We’ve had the rival launches, in which cheesy celebs and tawdry men in suits swapped platitudes about Europe. Now we’re going to get the letter: David Cameron is being forced to write down his demands before the other EU governments will begin negotiations. All this in preparation for a referendum whose date has not yet been set.

Writing stuff down is good – and too rarely done in international diplomacy. What you think is wrong with the EU, and what you want done about it, will vary widely depending where in Britain you live, your class, age and ideals. My hunch is that, if we all did this, and loaded the results into some vast database, the real problem with Europe would emerge. It is power – and the lack of democratic control over it.

I have no prior hostility to the EU. But the first time you have to lug TV production kit around the stairs and tunnels at Rond-Point Schuman in Brussels, beneath the unfriendly gaze of armed Belgian cops, you begin to realise how unequal power is in this semi-superstate. The architecture of power in Brussels is faceless: it seems to embody the determination to dissolve political traditions into a monolith.

The sheer size of the EU directorates makes them susceptible only to two kinds of influence: global corporations and pan-national industry lobby groups. That means, for businesses, it is almost impossible to deal with Europe unless you have mega size, or are prepared to dissolve your specific interest into a sector agenda, which will itself be mediated through layer upon layer of protocol. For individual citizens, it’s worse. The only real power to influence Europe’s vast bureaucratic structures has to be expressed through one of two channels: the British government and the European Court. The commission is not accountable to the parliament, and the central bank seems accountable only to Angela Merkel.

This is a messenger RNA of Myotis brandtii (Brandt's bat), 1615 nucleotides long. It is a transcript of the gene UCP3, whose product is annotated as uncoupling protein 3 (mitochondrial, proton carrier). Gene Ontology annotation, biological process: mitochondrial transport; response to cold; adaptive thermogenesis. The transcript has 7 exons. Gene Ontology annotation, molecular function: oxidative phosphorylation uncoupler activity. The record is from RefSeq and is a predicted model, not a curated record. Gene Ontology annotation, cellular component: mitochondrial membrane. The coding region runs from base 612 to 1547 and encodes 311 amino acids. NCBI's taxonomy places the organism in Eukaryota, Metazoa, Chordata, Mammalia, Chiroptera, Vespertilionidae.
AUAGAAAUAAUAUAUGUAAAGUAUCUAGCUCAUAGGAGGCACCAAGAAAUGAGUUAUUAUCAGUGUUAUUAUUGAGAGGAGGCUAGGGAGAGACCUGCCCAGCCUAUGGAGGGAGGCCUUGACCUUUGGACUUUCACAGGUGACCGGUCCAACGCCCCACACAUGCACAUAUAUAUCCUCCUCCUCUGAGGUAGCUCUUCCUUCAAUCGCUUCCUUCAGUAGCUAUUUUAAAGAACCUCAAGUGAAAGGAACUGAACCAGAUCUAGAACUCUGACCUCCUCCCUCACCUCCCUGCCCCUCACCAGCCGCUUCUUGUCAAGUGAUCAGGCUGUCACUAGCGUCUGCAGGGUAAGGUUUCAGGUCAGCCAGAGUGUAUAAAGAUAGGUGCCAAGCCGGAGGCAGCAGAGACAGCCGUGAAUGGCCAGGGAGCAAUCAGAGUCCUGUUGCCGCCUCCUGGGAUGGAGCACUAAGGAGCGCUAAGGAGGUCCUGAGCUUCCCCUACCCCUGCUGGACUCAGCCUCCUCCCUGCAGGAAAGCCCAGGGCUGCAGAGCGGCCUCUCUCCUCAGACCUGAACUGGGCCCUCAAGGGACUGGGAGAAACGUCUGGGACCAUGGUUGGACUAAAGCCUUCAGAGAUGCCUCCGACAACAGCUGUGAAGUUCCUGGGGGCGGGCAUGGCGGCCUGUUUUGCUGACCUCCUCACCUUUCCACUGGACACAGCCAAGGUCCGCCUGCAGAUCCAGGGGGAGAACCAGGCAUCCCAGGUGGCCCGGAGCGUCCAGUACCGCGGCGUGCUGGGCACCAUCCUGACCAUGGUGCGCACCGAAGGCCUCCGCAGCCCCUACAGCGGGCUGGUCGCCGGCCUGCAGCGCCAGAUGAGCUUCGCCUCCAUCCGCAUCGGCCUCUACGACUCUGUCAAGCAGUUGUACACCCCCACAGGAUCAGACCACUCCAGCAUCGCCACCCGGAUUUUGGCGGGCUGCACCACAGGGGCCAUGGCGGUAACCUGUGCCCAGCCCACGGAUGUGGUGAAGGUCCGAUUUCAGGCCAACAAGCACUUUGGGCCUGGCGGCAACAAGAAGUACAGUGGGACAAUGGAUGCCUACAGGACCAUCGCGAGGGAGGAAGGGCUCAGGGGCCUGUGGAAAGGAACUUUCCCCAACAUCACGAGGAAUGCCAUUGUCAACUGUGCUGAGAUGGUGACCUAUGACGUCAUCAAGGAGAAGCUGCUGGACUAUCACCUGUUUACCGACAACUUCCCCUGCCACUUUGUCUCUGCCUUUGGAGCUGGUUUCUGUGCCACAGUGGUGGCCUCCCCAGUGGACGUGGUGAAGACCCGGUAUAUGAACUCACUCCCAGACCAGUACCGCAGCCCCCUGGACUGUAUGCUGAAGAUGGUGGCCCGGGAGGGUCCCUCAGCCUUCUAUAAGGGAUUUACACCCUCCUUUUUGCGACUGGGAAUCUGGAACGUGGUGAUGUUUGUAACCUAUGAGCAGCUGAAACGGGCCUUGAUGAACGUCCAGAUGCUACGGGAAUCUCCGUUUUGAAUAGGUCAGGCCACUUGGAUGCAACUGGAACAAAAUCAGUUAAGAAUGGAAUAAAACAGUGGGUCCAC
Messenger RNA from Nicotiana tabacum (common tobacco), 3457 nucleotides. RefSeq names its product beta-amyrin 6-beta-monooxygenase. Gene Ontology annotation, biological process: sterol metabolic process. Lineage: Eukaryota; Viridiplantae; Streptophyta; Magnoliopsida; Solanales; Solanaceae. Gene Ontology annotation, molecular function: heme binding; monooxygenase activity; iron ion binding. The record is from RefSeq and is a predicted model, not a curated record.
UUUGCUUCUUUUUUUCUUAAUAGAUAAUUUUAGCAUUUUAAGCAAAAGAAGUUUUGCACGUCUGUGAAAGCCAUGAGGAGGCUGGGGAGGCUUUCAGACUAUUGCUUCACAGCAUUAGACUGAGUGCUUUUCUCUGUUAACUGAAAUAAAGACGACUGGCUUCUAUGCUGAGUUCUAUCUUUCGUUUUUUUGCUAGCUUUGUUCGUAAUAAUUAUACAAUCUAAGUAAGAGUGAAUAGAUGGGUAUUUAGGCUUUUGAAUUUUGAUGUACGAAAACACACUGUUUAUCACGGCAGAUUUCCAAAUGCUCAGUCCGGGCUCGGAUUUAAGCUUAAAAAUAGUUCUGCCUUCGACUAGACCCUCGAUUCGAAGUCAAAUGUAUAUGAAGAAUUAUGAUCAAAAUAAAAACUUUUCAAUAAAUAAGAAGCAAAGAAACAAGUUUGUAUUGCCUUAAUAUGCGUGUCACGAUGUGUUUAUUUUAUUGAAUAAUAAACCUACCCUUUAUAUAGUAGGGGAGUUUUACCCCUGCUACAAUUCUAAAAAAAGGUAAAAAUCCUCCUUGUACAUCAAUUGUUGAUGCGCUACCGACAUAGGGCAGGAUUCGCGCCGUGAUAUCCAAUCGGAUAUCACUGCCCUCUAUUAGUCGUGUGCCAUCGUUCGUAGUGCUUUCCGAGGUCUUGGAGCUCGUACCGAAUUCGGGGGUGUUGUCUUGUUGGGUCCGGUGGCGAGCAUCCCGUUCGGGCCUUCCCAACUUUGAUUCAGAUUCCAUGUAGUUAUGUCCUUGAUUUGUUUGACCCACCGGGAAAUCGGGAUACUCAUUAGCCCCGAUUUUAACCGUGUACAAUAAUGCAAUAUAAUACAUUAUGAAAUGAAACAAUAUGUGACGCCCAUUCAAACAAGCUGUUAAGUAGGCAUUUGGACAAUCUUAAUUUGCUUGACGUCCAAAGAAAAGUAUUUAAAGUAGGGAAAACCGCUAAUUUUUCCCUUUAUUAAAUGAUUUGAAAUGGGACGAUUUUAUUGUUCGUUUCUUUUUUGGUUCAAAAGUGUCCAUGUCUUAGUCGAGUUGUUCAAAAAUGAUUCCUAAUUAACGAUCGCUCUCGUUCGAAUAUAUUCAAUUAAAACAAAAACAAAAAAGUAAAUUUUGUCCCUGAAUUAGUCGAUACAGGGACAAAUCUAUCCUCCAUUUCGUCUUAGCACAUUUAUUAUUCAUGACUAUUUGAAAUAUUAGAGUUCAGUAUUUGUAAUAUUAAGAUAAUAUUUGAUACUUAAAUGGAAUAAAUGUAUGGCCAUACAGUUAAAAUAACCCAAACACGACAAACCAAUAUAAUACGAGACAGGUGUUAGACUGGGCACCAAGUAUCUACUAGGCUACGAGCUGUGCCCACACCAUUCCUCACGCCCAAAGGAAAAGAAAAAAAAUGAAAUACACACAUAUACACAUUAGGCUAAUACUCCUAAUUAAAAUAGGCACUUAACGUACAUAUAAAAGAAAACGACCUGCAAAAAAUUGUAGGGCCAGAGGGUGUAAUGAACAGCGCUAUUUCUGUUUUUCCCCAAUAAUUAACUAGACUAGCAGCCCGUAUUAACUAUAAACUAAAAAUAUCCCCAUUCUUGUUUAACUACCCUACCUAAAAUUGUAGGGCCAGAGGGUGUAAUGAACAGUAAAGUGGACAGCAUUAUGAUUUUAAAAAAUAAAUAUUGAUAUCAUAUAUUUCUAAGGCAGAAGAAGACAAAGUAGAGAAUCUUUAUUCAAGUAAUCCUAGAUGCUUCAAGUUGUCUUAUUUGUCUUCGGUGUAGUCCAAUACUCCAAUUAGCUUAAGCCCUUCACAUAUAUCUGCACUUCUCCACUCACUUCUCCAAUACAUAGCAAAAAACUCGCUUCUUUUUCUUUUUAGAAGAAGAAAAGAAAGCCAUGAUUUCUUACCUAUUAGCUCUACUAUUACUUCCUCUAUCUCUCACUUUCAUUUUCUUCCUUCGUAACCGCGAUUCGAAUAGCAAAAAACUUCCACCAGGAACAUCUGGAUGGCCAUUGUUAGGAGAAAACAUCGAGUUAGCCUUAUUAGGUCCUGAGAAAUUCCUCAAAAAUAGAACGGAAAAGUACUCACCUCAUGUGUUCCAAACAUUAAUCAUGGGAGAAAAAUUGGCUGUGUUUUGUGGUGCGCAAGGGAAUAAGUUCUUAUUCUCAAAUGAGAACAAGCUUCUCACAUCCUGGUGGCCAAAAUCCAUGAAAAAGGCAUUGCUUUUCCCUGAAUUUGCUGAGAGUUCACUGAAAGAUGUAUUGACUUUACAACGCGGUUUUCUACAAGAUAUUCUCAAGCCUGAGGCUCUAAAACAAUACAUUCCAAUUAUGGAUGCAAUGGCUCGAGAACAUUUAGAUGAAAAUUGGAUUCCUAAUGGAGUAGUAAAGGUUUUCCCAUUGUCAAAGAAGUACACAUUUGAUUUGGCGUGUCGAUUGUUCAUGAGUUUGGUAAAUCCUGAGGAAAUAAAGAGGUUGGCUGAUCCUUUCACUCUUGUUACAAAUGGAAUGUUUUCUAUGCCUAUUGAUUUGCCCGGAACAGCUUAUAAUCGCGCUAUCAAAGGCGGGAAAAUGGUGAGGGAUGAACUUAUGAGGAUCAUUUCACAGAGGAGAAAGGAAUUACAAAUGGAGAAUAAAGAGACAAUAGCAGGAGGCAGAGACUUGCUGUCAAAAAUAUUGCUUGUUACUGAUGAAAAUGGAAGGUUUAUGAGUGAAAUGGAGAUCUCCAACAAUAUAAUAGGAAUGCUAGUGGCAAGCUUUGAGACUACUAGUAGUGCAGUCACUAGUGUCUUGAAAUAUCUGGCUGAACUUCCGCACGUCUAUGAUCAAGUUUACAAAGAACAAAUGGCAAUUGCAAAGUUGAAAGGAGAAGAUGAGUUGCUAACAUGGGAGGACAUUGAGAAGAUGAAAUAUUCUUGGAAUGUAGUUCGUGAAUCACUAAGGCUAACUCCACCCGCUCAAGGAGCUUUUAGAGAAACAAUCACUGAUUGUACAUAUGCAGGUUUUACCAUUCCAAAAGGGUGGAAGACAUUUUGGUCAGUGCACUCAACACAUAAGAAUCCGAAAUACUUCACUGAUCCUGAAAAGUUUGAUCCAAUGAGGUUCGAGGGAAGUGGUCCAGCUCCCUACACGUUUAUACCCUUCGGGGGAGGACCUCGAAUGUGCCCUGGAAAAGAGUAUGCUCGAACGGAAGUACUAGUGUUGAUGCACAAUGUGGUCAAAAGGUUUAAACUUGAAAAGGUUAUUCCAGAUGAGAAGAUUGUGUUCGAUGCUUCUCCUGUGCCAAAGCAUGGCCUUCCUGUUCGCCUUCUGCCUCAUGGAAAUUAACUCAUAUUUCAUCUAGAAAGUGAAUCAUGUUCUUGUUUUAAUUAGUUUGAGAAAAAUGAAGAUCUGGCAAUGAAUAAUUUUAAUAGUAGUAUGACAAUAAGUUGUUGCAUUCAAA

In the past year, on two occasions when tested, European solidarity fell apart. Critics say Greece was smashed by the European central bank that was supposed to keep it solvent. There was no democratic redress. The many millions of people who saw the protest hashtag #ThisIsACoup had no way – even indirect – to influence the actions of the commission and the European Central Bank. Then, as refugees from Syria and beyond flowed through the Balkans, two key parts of the legal architecture fell apart: the Schengen agreement, which assures free movement between some central states, was suspended. And the Dublin III treaty, which forces the deportation of migrants to their first country of entry, likewise ignored.

It’s hard to avoid the conclusion: Europe is becoming a continent where force matters more than law. Germany forced Greece to accept a programme that will destroy its economy and strip its state of assets for the next 50 years. Half a million people forced their way across borders in a way that all forms of rhetoric against migration could not stop.That’s great for them: but not for the thousands of sub-Saharan migrants trapped in violent slums across north Africa. They must rot there, simply because they do not have the power to do what the Syrians did. Businesses and politicians have also begun to understand that, in Europe, might is right. Uber, which has faced bans in Spain and had its offices raided three times in the Netherlands, has just been declared legal in the UK.


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